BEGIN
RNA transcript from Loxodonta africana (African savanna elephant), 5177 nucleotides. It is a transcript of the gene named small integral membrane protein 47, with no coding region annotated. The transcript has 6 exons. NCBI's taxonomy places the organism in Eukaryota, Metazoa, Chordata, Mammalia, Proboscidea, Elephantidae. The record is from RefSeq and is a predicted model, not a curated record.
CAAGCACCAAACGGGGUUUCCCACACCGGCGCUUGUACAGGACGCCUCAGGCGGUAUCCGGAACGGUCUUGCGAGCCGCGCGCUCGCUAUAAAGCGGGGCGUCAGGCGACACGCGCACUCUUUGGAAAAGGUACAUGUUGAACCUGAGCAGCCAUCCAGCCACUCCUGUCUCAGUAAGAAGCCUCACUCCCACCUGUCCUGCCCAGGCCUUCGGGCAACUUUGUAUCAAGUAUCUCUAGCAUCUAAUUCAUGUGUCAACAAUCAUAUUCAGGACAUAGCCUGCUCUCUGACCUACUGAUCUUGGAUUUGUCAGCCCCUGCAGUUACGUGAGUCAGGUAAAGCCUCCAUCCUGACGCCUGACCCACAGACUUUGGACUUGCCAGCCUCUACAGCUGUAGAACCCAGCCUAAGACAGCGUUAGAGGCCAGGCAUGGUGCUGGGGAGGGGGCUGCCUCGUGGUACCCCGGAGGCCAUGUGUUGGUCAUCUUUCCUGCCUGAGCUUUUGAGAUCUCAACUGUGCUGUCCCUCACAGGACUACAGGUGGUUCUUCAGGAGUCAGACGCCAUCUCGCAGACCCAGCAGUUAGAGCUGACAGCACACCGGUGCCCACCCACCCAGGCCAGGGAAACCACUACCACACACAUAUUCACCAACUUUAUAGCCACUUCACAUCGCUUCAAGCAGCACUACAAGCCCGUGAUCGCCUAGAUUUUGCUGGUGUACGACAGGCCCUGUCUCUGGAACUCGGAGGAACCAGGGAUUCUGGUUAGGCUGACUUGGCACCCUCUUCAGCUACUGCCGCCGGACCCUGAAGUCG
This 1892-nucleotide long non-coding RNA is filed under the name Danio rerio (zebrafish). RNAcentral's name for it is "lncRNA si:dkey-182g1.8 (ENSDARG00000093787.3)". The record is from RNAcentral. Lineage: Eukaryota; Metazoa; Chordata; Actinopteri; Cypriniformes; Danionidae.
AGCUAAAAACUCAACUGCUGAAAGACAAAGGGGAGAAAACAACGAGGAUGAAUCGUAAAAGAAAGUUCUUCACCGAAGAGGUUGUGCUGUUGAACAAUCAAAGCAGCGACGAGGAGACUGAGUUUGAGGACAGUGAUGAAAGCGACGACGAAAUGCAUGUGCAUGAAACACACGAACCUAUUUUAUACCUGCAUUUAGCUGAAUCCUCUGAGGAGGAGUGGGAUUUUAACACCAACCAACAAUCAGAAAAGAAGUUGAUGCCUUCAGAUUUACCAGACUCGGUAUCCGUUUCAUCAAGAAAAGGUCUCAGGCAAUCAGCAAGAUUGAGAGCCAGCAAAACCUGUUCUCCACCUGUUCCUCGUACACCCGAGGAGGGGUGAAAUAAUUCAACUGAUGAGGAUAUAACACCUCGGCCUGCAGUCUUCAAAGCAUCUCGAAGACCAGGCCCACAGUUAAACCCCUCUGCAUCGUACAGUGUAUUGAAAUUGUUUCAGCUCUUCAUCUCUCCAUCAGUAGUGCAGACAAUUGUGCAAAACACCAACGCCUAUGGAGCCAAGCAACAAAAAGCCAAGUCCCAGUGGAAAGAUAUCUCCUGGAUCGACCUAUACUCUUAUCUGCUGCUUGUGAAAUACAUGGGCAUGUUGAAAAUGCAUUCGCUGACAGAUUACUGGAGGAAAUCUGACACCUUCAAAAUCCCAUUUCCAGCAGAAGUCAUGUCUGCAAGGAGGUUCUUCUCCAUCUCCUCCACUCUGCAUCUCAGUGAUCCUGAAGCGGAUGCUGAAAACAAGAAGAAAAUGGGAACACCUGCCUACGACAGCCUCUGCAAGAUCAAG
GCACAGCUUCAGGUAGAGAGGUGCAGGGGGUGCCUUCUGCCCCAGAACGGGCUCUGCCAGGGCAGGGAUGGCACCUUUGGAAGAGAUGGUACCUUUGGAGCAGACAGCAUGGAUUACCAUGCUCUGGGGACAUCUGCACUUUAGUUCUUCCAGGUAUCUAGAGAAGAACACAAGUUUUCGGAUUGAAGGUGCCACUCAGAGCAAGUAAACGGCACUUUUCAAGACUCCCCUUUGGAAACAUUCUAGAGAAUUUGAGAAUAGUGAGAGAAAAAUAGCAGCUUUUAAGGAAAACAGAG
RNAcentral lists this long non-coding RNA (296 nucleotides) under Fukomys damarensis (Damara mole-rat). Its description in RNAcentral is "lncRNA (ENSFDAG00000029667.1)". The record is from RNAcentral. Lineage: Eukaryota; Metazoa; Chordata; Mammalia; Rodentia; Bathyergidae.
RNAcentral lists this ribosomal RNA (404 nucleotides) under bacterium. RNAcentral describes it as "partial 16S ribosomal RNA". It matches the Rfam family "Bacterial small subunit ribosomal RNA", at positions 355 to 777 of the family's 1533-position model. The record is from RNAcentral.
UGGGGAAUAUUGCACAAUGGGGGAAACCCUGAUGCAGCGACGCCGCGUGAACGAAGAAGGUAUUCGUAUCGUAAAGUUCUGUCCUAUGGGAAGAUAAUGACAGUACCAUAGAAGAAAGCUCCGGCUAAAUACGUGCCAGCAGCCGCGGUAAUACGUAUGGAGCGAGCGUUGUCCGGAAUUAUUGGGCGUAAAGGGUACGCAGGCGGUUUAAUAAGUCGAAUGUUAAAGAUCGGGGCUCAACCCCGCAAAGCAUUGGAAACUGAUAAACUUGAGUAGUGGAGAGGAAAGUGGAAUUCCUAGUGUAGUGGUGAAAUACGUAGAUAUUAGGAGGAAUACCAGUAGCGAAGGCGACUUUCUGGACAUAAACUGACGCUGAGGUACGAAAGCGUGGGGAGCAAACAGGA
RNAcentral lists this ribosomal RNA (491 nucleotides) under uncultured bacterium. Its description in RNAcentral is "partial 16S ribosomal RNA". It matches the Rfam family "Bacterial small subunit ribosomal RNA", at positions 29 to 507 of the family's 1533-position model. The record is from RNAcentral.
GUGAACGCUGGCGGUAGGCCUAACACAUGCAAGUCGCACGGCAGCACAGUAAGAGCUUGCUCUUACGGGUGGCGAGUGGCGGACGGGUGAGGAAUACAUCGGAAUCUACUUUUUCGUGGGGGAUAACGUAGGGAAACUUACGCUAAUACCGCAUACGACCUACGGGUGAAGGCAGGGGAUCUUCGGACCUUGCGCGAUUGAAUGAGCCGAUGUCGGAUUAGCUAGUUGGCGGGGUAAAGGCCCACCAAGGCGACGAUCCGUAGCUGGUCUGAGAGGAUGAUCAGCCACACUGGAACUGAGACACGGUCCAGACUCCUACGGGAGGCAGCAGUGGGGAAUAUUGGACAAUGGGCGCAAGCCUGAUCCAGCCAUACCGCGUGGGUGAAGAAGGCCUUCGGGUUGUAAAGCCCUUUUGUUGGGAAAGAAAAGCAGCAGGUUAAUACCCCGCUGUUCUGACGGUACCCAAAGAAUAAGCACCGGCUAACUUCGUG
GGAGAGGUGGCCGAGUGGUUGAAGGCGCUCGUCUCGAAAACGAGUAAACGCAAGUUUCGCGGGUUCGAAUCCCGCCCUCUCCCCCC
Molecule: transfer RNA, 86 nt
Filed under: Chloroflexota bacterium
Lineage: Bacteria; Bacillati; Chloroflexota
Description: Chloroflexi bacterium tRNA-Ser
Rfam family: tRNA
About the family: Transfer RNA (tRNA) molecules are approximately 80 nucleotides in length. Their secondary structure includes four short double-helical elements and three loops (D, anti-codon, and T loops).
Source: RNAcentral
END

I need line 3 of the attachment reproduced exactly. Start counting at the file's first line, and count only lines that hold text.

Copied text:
This 1892-nucleotide long non-coding RNA is filed under the name Danio rerio (zebrafish). RNAcentral's name for it is "lncRNA si:dkey-182g1.8 (ENSDARG00000093787.3)". The record is from RNAcentral. Lineage: Eukaryota; Metazoa; Chordata; Actinopteri; Cypriniformes; Danionidae.